Running Application on the Net
If you want to run Webstructor to run in Peer-To-Peer mode, you do it the same way as yourun it standalone.
In order to get connected to other servers running Webstructor application, you need to describe network configuration in the same file you load your world from. Here is couple of concepts needed to do that properly.
In each World you deal with, you may have several Places and only one Space specified.
The Space is used to describe configuration of your machine as local Webstructor Server.
Each Place is used to describe reference to other machine as remote Webstructor Server.
On the picture above, World loaded into Webstructor Application on Machine 1, has one Space describing itself and one Place describing Machine 2. In its turn, World on Machine 2 has Space describing itself and Place describing Machine 1. That means, Machine 1 and Machine 2 are Peers and behave as Client and Server in respect one to another. Moreover, the similar relationship takes place between Machine 2 and Machine 3.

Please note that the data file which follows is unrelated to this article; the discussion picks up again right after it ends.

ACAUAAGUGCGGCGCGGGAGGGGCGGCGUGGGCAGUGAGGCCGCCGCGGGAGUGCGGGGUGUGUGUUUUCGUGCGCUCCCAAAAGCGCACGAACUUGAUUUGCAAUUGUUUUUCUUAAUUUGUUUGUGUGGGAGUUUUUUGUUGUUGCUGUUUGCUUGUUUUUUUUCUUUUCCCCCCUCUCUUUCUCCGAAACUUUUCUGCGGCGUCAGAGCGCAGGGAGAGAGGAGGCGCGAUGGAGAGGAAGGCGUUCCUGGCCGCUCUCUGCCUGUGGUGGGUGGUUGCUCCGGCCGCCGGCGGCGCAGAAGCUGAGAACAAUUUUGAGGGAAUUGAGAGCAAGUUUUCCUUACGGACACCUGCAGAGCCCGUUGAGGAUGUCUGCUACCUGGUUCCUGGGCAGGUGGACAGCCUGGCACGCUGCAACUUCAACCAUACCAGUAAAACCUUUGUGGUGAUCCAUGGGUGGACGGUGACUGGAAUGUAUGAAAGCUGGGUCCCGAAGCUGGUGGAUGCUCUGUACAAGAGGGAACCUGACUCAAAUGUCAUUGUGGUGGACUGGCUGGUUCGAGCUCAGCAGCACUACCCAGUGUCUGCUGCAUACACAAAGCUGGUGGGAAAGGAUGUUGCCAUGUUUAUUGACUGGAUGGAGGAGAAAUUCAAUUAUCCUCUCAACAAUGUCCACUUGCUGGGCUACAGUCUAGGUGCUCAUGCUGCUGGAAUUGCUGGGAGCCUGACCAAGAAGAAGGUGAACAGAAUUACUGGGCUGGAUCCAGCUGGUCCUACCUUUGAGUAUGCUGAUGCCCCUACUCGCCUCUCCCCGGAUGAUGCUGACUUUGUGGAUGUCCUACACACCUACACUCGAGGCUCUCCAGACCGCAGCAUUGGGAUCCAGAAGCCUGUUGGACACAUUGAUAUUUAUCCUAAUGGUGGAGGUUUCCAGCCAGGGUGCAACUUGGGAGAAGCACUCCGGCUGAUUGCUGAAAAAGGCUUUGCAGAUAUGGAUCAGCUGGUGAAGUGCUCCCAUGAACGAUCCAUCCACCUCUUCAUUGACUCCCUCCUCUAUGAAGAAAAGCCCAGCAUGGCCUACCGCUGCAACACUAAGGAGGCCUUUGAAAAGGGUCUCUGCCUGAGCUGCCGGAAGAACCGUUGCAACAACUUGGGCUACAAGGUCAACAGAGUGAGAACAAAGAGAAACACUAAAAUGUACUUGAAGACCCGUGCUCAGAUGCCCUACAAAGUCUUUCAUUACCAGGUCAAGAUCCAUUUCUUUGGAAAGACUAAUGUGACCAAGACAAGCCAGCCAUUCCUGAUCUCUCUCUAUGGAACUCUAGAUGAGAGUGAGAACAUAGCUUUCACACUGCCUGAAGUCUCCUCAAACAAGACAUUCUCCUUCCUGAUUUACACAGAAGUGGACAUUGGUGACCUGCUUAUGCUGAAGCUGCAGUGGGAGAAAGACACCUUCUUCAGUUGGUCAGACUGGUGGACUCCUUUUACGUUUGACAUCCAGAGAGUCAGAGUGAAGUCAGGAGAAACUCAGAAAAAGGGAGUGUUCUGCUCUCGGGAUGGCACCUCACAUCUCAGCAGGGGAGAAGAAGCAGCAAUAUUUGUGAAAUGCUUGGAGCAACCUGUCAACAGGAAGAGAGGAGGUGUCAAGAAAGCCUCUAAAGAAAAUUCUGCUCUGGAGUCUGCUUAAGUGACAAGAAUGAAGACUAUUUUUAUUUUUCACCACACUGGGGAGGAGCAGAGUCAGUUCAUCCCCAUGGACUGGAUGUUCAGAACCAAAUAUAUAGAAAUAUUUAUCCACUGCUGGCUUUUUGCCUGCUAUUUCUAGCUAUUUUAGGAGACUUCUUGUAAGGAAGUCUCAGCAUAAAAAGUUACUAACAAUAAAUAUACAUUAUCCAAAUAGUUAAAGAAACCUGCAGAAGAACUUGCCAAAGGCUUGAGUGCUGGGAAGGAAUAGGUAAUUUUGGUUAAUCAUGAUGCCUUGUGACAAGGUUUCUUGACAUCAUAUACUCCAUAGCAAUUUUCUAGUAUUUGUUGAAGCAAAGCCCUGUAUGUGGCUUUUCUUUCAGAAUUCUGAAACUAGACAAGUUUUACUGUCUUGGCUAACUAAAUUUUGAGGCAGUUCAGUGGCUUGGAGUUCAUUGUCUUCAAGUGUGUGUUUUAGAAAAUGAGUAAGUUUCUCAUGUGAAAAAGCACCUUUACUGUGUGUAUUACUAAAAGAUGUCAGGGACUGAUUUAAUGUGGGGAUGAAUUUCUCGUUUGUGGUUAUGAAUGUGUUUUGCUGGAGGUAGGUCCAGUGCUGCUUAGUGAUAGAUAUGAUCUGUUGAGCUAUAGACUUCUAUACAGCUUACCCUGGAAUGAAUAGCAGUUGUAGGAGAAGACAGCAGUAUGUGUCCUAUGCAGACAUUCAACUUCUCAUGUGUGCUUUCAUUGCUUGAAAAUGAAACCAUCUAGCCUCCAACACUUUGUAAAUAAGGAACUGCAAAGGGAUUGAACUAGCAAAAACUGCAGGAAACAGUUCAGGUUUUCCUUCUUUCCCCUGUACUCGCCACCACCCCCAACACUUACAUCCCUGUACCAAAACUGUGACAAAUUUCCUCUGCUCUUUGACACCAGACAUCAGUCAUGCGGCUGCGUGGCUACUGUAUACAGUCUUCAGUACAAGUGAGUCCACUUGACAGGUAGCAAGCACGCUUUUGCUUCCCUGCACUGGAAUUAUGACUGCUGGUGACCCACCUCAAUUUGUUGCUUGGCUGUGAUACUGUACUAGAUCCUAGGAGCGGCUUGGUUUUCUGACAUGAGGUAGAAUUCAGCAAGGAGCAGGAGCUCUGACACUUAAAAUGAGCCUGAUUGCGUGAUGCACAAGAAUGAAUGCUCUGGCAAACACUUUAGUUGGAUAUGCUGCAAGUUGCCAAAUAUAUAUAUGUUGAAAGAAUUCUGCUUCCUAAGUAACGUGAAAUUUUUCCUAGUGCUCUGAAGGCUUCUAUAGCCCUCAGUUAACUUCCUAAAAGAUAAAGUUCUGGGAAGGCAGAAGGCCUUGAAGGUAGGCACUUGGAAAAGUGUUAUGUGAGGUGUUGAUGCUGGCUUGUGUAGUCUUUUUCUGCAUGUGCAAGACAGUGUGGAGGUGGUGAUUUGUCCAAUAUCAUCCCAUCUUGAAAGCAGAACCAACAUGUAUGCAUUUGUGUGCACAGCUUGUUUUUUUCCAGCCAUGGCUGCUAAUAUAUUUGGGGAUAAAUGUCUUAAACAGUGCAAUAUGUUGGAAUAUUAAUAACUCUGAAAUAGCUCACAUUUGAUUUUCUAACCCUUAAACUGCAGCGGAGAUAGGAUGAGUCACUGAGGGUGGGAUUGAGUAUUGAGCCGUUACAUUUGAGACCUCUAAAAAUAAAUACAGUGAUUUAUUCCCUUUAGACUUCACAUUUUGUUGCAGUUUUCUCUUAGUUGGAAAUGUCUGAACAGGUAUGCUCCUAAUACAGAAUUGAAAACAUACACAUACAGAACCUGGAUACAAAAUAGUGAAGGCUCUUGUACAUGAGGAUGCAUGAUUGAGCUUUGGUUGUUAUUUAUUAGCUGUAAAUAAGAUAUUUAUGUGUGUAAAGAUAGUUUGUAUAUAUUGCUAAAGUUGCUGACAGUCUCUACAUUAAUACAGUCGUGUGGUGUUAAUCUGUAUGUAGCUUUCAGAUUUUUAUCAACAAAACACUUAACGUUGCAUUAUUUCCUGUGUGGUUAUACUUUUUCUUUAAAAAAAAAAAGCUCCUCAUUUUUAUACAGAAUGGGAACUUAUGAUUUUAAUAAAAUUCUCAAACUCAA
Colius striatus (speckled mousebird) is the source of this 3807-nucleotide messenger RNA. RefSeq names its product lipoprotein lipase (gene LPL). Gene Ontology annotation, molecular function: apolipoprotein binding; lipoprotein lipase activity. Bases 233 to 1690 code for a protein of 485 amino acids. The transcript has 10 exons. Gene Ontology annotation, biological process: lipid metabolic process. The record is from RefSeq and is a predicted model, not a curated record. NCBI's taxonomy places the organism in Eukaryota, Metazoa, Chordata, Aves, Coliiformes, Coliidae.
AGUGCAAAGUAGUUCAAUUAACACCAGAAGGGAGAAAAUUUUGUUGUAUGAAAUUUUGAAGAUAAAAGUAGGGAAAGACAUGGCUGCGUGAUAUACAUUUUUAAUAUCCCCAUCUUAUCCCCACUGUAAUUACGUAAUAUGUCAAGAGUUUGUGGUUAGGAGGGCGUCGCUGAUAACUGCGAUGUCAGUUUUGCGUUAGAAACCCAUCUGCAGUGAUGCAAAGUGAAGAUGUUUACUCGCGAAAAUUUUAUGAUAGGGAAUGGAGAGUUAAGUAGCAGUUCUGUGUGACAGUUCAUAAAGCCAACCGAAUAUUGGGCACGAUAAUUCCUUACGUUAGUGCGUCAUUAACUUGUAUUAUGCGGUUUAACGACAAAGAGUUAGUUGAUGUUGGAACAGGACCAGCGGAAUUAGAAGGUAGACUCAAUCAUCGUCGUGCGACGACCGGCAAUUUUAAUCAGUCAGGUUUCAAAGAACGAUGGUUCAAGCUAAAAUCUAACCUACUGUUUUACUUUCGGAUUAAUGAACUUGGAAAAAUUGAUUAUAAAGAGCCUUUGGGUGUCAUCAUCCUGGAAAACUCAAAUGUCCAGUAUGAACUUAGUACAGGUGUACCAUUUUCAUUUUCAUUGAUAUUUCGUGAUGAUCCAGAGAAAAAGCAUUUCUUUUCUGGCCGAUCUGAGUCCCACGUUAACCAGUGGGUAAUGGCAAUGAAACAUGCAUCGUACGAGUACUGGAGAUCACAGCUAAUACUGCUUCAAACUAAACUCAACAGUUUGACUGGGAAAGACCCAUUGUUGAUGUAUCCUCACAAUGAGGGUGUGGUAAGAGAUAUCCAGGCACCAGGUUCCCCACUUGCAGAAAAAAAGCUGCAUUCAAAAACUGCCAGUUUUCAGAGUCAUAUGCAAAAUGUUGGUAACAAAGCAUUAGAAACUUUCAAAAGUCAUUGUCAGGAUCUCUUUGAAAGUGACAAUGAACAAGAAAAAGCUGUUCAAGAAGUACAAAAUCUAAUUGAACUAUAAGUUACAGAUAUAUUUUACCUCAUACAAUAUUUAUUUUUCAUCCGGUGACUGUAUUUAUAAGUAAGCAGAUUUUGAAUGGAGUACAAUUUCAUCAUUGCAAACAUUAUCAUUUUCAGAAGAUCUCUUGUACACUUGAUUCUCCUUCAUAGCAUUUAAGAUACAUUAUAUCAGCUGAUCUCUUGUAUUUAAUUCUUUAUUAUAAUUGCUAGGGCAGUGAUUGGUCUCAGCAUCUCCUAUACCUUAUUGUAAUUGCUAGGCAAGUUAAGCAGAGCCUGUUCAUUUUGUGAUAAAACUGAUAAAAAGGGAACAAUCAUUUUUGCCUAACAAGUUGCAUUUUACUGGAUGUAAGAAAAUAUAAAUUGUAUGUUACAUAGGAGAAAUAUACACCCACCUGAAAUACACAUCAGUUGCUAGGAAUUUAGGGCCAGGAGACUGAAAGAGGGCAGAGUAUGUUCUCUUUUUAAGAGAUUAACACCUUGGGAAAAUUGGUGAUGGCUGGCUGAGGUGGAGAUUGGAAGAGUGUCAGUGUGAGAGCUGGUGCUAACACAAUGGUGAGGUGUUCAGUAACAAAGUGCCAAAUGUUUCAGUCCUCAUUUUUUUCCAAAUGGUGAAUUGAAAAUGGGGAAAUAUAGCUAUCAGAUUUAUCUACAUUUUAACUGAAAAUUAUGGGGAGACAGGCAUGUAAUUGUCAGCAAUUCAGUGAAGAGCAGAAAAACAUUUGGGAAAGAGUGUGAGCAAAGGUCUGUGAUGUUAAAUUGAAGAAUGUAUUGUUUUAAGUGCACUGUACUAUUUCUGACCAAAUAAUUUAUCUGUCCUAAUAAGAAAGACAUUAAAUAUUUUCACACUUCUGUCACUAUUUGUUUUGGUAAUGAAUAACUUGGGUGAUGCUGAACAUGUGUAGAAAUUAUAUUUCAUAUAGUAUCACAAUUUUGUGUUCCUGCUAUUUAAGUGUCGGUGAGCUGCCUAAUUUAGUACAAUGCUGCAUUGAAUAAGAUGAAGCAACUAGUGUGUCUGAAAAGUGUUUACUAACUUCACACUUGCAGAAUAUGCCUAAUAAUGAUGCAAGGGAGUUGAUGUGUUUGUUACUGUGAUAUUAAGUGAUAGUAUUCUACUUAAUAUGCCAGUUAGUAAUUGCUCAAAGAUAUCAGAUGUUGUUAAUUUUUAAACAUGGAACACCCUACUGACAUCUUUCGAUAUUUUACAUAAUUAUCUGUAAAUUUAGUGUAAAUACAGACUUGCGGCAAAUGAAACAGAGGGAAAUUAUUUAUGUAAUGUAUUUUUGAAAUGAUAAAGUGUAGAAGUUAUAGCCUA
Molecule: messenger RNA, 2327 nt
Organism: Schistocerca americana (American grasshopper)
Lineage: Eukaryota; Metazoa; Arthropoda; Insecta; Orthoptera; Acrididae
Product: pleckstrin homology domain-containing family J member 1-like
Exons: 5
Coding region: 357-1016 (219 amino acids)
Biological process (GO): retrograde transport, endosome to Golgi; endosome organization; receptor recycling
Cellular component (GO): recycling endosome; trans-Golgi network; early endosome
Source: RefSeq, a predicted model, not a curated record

One might say that Spaces are like Skeletons (COBRA/RMI) or Stubs (DCOM) while Places are like Proxies.
Regardless of degree of network connectivity across machines, all changes made in the World on any of these machines are distributed around entire network. In our example, changes made on Machine 1 will get to Machine 3 via Machine 2, eventually.
For example, here are fragments of twoORL files describing network configuration for two machines.
PLACE NAME "Yulia's place"; PORT 4002; HOST 22.214.171.124; PASSWORD yulia; LINKS ("Anton's place"); ;
SPACE NAME "Anton's place"; PORT 4001; HOST 126.96.36.199; PASSWORD anton; LINKS ("Yulia's place"); ;
SPACE NAME "Yulia's place"; PORT 4002; HOST 188.8.131.52; PASSWORD yulia; LINKS ("Anton's place"); ;
PLACE NAME "Anton's place"; PORT 4001; HOST 184.108.40.206; PASSWORD anton; LINKS ("Yulia's place"); ;
(C) Copyright 1988-1998,2001 Anton Kolonin